article from 'MiniWorld'

Suspension engineer Dr Alex Moulton was a fundamental part of the design team that worked on the original Mini back in the late 1950s. He gave us some insights into the development of the Car of the 20th Century - and his opinion on the BMW Mini of the 21st century

After the Second World War I was determined to move my family firm — Spencer-Moulton based at Bradford on Avon — from the manufacture of rubber suspension for railway coaches, and into automotive suspension. I had heard of Alec Issigonis by reputation and we met socially before we worked together. Issigonis was working at Alvis in Coventry at that time, on a new large car to replace their (famous but dated) “Grey Lady” model. He was given a free hand to do what he liked, more or less. He had heard of an experimental rubber-suspended Morris Minor that Jack Daniels and I had built at Cowley. It had been driven over 1000 miles on the pave at MIRA, an unimaginably tough test that the standard car would not have been able to withstand.
Following my experimental developments of the mid ‘50s. Issigonis was determined that he should have interconnected fluid and rubber suspension on his Alvis. Interconnecting front and rear suspension units with fluid in pipes meant that the pitch mode was separated from bounce and roll. As a result, the car moved smoothly over a bump in the road, giving a much higher quality ride.’ The Alvis was an interesting technical exercise, but it never reached the production line.
“Leonard Lord and George Harriman had formed BMC in tbe mid ‘50s by merging Austin and Morris. Lord was determined to make a range of new and innovative cars, and he plucked Alec Issigonis back from Alvis to design them. The Suez crisis occurred in 1957 and petrol rationing meant that tiny bubble cars, mostly of German manufacture and including some BMW-Isetta models, began to flood the roads. Lord wanted to sweep them away and so Issigonis got the order to build the smallest of his new cars first, a proper miniature four-seater. Issigonis told Lord that he wanted me to be involved with my suspensions and so I went to ‘the Kremlin’ at Longbridge to meet him. He looked at my portfolio of experimental work and said, ‘If you’ve done this, you’ll do more.’ He was very gruff but I got the OK.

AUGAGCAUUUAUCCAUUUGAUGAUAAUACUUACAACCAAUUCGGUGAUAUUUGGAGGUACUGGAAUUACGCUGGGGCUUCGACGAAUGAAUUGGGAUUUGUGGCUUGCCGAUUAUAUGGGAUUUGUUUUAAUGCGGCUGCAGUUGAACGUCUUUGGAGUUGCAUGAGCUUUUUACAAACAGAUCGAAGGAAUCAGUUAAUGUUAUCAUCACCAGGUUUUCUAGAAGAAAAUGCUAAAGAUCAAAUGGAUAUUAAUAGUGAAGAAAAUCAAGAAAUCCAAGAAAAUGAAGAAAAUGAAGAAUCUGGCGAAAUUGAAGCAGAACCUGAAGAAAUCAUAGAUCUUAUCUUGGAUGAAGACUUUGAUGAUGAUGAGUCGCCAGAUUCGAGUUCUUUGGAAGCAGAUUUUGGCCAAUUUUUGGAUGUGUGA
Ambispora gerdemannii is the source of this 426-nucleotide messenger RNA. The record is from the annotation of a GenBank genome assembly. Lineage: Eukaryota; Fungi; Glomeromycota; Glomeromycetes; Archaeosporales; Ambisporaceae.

“I formed Moulton Developments to work on the Mini suspension and other projects. BMC took a shareholding and paid all the costs of development. This left me free to work on the things I wanted to do. We actually developed the principles of the Hydrolastic system during the ‘5Os but it wasn’t ready for production in time for the Mini launch in 1959. I had previously designed the rubber cone suspension system — it was a specially shaped rubber and metal unit that gave a smoothly rising spring rate. This meant that, when the car cornered or went over a bump the suspension stiffened up as it was deflected. When practically undeflected (ie: the car was at rest or on a smooth road) the rate was low and so the ride was soft. We fitted this system to the original Mini of 1959. It was a parody of the interconnected hydraulic system but that simply wasn’t ready in time.
“Issigonis took Jack Daniels from Cowley and got together a small team, no more than six people. Jack had been running an experimental transverseengined, front-wheel drive Morris Minor on the road over the snowy winter of 1956/7. It performed particularly well in the wintry conditions and Leonard Lord and George Harriman were well aware of the benefits of the transverse set-up as Jack parked it outside ‘the Kremlin’ every day where he knew they could see it. Issigonis’ team designed and developed the Mini from start to production in 27 months —a fantastically short time. They had total authority from Lord: the whole of BMC was at their disposal plus all the component suppliers. The whole of the Midlands was committed to the new project.
“It is unfair to say that the Mini was undeveloped when it was introduced. OK, there were some small problems, such as the floorpan sealing, but when you think of all the technical innovation in that one small vehicle, it was amazingly right, and look how little fundamental change it then needed in the following 40 yearsl
The next suspension innovation for the Mini was the Hydrolastic system introduced to the saloon models in 1964. Hydrolastic suspension involved similar rubber cones to the “Dry” set-up, but they formed a displacer unit with an integral diaphragm and damper valves. They were filled with a water and antifreeze mixture and interconnected front to rear via pipes under the car. This gave the car a rising and falling motion rather than the sudden pitching of the rubber cone system. Alex Moulton takes up the story once more...